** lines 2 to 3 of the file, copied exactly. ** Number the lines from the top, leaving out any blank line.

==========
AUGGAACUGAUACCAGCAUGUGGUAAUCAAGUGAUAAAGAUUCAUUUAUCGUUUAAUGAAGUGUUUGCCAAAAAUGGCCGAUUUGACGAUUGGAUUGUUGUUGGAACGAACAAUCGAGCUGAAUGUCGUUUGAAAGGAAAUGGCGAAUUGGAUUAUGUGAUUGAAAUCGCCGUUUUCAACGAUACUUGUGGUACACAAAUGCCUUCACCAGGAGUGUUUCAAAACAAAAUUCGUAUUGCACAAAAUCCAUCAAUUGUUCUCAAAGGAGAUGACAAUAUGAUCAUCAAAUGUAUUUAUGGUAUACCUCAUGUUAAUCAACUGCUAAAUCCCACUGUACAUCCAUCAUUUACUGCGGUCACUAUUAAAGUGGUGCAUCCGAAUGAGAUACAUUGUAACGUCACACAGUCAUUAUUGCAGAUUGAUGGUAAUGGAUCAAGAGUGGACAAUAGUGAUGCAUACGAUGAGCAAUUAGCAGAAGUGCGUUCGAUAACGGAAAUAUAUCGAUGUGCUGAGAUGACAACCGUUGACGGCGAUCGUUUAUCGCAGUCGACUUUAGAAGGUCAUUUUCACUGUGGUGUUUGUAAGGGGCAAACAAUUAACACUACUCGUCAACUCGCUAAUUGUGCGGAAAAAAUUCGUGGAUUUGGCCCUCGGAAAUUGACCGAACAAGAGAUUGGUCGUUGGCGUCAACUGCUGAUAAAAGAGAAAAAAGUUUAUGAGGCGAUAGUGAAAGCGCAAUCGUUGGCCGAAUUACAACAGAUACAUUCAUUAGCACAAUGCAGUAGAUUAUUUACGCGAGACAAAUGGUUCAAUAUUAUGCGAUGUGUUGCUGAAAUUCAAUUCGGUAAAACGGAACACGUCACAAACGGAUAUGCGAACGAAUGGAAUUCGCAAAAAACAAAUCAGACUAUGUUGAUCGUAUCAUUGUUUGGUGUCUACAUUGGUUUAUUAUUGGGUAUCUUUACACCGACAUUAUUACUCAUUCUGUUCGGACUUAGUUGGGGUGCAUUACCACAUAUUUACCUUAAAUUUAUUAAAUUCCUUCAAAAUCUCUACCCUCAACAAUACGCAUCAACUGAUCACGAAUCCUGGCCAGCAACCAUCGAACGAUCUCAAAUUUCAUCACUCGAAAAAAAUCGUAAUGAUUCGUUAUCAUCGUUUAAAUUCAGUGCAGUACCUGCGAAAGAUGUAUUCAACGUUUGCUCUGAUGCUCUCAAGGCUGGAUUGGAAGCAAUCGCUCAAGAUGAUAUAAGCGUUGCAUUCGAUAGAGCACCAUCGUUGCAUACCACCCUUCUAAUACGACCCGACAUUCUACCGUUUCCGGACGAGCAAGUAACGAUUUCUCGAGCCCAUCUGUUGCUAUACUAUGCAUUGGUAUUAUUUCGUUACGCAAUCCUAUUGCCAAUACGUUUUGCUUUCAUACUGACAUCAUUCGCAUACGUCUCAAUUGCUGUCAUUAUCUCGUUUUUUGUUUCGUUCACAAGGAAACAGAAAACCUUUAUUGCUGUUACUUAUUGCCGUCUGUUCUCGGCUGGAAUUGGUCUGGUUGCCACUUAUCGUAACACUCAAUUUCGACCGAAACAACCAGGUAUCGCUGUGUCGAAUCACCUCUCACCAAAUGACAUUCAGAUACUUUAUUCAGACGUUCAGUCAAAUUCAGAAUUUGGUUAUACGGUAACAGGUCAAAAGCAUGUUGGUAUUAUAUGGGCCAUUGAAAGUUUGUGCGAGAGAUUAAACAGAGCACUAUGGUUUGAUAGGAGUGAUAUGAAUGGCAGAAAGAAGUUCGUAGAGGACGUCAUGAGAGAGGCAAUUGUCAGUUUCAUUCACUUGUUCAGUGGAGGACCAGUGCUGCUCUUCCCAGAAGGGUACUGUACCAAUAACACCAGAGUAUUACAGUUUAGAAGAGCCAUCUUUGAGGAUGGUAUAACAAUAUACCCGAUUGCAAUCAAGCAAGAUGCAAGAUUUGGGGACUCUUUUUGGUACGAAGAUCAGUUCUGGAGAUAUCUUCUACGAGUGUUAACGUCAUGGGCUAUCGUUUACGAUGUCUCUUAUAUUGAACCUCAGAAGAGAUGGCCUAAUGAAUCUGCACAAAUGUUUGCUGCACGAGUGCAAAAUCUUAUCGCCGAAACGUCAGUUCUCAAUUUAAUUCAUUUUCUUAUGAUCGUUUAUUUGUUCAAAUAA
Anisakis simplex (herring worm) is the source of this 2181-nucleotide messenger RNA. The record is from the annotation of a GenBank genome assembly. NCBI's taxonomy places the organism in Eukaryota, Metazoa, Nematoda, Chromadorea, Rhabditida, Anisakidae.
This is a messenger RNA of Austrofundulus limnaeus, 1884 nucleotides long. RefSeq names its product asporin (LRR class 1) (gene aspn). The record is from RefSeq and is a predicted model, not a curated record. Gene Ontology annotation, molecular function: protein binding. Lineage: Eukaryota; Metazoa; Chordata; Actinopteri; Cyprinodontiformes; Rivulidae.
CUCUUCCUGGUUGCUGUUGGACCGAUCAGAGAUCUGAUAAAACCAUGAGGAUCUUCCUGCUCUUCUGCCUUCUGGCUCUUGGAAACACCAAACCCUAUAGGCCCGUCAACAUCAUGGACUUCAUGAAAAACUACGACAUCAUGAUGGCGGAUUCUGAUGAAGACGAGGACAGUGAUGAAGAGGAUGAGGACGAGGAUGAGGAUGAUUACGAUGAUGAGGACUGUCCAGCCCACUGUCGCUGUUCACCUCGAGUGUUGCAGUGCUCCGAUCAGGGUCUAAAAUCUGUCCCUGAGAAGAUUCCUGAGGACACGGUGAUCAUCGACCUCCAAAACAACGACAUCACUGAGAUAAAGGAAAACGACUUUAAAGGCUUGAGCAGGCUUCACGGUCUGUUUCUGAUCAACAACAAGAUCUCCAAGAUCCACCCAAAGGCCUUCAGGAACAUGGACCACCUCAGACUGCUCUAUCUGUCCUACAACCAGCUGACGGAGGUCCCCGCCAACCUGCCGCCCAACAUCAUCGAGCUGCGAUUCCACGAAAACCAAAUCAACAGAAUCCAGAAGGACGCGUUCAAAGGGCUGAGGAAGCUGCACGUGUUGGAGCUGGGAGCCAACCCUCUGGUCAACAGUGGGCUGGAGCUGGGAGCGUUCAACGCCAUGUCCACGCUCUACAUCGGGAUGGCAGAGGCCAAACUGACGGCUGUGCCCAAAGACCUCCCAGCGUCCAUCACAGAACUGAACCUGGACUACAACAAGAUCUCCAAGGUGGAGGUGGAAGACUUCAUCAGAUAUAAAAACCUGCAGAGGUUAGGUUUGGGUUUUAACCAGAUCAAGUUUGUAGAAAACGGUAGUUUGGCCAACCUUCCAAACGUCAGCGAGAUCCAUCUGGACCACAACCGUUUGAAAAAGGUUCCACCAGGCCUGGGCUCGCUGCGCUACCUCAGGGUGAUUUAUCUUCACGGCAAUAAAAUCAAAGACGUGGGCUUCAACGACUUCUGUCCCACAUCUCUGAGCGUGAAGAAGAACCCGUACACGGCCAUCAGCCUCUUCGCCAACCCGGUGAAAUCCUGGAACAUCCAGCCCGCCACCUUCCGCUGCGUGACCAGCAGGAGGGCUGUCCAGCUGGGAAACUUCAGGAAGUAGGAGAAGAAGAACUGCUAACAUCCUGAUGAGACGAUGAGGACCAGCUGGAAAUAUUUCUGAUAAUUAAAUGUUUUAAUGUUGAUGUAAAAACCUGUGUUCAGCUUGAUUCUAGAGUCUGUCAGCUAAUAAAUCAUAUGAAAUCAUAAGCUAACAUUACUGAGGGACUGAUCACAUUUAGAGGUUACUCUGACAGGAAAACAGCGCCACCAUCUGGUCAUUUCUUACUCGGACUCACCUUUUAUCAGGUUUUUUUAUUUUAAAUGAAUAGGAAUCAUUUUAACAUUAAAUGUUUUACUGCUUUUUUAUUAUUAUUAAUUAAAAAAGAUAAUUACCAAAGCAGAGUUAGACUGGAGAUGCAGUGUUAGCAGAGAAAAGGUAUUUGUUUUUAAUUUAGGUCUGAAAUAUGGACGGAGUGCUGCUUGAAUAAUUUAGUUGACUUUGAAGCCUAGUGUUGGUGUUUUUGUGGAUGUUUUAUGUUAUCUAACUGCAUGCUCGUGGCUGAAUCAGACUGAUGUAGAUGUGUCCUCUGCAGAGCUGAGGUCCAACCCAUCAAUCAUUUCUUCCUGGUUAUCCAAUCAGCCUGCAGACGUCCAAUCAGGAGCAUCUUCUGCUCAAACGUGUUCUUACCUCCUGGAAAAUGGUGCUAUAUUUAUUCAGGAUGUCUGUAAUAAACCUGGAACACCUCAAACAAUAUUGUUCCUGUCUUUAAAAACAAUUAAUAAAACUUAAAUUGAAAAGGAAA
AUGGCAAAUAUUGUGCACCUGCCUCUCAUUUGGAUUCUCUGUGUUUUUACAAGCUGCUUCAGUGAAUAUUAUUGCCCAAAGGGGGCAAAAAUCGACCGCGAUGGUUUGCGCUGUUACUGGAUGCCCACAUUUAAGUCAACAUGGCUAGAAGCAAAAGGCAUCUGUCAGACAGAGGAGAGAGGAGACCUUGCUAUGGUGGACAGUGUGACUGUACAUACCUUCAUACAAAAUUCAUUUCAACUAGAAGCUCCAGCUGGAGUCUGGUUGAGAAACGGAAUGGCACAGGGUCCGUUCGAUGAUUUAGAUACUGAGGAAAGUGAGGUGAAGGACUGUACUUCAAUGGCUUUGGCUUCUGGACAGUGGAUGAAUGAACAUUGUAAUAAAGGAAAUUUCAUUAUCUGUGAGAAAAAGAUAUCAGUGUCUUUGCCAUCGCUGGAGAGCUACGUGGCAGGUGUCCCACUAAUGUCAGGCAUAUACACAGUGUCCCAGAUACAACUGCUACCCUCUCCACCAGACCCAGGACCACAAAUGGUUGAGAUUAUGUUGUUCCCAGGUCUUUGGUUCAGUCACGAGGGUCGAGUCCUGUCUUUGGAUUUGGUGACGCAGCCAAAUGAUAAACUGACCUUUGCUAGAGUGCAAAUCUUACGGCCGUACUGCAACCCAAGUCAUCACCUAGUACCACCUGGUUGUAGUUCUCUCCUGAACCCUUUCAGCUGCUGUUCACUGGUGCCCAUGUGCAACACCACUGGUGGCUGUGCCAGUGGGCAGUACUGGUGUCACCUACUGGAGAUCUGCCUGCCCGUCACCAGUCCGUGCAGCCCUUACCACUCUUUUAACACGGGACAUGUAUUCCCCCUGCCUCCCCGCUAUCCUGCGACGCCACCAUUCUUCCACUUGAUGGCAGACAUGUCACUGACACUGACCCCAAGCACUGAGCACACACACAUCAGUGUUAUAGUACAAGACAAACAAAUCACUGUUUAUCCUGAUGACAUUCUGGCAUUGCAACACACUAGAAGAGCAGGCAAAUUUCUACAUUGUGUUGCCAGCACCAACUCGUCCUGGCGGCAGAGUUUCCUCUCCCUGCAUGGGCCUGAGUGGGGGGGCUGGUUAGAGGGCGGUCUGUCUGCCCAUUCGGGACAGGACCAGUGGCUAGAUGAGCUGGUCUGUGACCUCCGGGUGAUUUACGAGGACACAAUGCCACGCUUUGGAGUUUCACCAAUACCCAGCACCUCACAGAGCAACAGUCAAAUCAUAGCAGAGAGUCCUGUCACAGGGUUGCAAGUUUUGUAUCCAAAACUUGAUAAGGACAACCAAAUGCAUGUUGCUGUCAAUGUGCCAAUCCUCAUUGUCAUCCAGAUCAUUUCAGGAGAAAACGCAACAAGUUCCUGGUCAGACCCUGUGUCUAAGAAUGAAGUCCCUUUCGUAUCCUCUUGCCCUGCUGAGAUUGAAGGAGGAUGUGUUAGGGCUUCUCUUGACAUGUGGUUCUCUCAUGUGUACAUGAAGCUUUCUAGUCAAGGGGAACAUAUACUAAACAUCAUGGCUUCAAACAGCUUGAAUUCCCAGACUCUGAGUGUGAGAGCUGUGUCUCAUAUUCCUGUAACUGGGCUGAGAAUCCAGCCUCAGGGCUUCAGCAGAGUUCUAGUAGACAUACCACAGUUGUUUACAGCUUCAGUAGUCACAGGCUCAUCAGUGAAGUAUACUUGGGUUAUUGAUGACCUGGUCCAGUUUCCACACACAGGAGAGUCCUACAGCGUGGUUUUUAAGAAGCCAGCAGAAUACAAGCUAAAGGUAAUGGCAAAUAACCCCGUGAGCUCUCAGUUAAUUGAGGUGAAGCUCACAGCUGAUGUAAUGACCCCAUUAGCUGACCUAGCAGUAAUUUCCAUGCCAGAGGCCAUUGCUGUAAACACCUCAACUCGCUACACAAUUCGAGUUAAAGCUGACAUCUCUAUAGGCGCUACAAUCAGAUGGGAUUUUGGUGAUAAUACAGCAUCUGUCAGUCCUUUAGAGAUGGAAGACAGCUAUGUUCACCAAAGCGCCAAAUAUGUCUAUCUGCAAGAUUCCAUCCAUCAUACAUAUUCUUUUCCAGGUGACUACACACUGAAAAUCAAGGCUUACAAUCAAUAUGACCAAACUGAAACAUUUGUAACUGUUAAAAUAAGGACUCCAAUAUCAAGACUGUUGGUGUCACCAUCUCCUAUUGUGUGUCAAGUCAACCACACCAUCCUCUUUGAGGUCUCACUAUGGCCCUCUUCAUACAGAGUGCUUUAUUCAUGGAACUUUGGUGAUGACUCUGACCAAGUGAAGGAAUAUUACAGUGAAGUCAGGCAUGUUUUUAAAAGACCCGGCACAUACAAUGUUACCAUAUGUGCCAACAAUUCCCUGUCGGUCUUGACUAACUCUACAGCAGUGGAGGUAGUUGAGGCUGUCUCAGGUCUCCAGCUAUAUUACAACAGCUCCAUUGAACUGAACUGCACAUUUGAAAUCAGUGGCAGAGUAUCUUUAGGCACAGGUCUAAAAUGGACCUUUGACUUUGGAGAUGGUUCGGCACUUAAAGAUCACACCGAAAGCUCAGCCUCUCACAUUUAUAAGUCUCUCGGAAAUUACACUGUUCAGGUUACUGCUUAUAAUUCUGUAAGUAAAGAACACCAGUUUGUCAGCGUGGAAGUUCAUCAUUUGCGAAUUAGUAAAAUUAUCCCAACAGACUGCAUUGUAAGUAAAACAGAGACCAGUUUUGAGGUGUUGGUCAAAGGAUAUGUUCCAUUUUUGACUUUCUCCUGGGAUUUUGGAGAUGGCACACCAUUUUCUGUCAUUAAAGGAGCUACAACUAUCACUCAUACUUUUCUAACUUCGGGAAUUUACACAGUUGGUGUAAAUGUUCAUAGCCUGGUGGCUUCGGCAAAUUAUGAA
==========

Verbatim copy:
Anisakis simplex (herring worm) is the source of this 2181-nucleotide messenger RNA. The record is from the annotation of a GenBank genome assembly. NCBI's taxonomy places the organism in Eukaryota, Metazoa, Nematoda, Chromadorea, Rhabditida, Anisakidae.
This is a messenger RNA of Austrofundulus limnaeus, 1884 nucleotides long. RefSeq names its product asporin (LRR class 1) (gene aspn). The record is from RefSeq and is a predicted model, not a curated record. Gene Ontology annotation, molecular function: protein binding. Lineage: Eukaryota; Metazoa; Chordata; Actinopteri; Cyprinodontiformes; Rivulidae.